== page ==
The (Misunderstood) Use of Colour in Feng Shui

July 12, 2011

Michael, one of my colleagues, sent me this reference to the use of colour in Feng Shui by Ulrich Wilhelm Lippelt in his book “Feng Shui Demystified II” and asked me for a comment:

Dear Howard

Enclosed are references to the books I mentioned. The author is Ulrich Wilhelm Lippelt. Enclosed is the back side of his second book, the table of content of both books, as well as his take on the use of color. Any idea where he got the idea, that color is the domain of wood? He is otherwise actually a pretty clever guy….

The following is the reply I gave Michael, I think it is worthwhile to share and risk being labeled too critical of others point of view:

After reading Ulrich Lippelt’s 3 pages you sent me on the use of colours in Feng Shui, I have no idea where he got his idea from but I think he has mixed up his correlative thinking with the Wuxing (Five Elements) theories.

First he grouped colour, odour, flavour, sound and liquid into one grouping and then correlated the Five Elements to them, this I have never seen it done before in the Chinese classics, so his claim that colour is the domain of Wood is an unusual one. Then he extended this correlative grouping mentioned to another grouping (this time colours) using Wood as the linking Element, which makes no sense because they are two entirely different sets of correlations.  It is like mixing up the correlation of the Earthly Heaven Bagua to the Luoshu numbers with the correlation of the Later Heaven Bagua to the Luoshu numbers, without knowing the same number doesn’t correlate to the same Trigram.

He then used Wood/green as the reference point and came to the conclusion that red is the most effective colour and blackish blue should never be used (how rigid)! On the way he mixed in the correlation of the Luoshu numbers to the Five Elements and further muddled the water, by making 3,4 the determining numbers and completely ignored the idea that the five colours used in the correlation of the Purple-White Stars are not the same as the five colours correlations first mentioned in the “Spring and Autumn Manual of the Lu Clan” back in the Warring States period of China (475-221 BC).

If we apply his way of thinking to the Five Flavours, then the sweet taste (Earth) is a manifestation of the Earth Element and then spicy (Metal) is the most effective flavour and bitterness (Fire) should never be used. One can carry this to its extremes by considering odour, sound and liquid in motion as well, and come to some similar ridiculous conclusions.

This is quite a reversal in Chinese thinking, because correlative thinking is no longer relative, it became deterministic which is exactly what correlative thinking tries to avoid. Besides the use of colours in Feng Shui should not be considered only on the symbolic level (Heaven Qi) like the interaction of the Five Elements, but also needs to take into consideration of the effects of the Earth and Human Qi, such as the functional requirements and the psychological use of colours.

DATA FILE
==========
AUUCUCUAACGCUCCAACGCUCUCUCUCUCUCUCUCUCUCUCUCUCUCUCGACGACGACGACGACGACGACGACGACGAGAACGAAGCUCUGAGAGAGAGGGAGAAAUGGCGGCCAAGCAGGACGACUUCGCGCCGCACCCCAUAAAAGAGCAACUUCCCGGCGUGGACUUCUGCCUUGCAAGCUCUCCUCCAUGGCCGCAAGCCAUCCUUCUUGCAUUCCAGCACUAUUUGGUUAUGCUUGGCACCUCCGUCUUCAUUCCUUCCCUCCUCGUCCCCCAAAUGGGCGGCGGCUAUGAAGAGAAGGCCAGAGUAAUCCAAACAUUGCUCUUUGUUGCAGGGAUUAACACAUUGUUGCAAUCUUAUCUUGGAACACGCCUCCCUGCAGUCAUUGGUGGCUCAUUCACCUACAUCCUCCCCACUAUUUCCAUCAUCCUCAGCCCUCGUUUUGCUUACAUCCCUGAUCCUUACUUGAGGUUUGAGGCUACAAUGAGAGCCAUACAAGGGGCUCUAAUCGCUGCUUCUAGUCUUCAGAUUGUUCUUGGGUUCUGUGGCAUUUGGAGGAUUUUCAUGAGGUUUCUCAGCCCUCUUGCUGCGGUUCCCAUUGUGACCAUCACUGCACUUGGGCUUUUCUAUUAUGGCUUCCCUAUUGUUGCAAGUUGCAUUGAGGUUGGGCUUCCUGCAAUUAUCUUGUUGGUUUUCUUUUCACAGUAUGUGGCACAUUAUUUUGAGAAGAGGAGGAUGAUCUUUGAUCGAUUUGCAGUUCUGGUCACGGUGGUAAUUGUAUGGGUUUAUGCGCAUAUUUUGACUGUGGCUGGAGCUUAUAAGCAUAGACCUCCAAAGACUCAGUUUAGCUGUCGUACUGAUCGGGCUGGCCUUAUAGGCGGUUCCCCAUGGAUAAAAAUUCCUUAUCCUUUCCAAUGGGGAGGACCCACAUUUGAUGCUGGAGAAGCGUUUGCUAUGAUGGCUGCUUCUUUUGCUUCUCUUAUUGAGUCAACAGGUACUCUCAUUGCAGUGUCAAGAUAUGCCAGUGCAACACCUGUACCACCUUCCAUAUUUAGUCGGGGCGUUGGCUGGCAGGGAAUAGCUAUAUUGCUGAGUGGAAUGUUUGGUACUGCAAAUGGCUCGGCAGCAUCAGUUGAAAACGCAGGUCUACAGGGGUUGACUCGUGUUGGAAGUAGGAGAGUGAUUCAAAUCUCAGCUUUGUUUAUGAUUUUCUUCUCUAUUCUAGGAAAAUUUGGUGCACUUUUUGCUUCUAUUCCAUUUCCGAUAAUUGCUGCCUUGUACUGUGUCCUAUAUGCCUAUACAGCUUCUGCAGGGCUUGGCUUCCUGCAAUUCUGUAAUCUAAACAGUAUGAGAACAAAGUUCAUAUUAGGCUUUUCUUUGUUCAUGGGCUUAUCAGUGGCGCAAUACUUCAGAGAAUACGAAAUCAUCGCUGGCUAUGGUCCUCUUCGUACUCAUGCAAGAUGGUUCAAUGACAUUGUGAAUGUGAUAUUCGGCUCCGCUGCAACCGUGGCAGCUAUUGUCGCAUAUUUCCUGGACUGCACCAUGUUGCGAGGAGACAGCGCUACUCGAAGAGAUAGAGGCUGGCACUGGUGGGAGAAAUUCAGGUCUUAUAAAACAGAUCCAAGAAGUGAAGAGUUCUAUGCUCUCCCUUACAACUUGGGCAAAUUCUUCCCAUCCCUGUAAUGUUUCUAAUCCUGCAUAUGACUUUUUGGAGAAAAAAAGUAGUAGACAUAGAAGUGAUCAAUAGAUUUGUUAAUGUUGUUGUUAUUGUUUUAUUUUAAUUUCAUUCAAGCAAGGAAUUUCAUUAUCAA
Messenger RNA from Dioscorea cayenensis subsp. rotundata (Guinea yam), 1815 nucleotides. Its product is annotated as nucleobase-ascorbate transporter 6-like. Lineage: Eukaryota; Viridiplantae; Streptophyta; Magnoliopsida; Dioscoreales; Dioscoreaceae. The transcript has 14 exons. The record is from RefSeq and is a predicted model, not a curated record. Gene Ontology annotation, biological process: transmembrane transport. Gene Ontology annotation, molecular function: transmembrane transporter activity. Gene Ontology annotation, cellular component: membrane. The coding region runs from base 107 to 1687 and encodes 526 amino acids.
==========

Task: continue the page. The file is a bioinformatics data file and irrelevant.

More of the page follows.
The mistakes Mr Lippelt made are not uncommon with people who studied Feng Shui without understand the traditional way of thinking by the ancient Chinese. They mixed up the various correlations and take things too literally by mistaken correlative thinking with logical thinking, the result is they become quite deterministic rather than treating things in a relative manner in the process. 


One Response to “The (Misunderstood) Use of Colour in Feng Shui”

  1. Steve Says:

    Hello everybody
    Dear M .Choy. I would rather put the blame on the differences between static thinking and dynamic. It takes a lot for a westerner to change this. Probably a very ancient choice in civilisation development and way to use brains with highs and lows for both east and west.
    Thinking of WuXing as 5elements per se turns you into a dead fish. By the way: does Qi has eyes set like human’s to react to a very narrow band of EMwaves? What is the element and color of dung?
    One should better gain in 5 arts studying chinese ink paintings: they are physically monochrome but really full of Qi, properly flowing! Where is the green east white west in Shi Tao’s opera?
    Even in chinese adventures movies the background is complying with feng shui: for example in Zhang Yimou ‘s” Hero” there is a fine ya dao po jun formation in back ground of most army moves!
    Much better watch and SEE!

    With my best regards.

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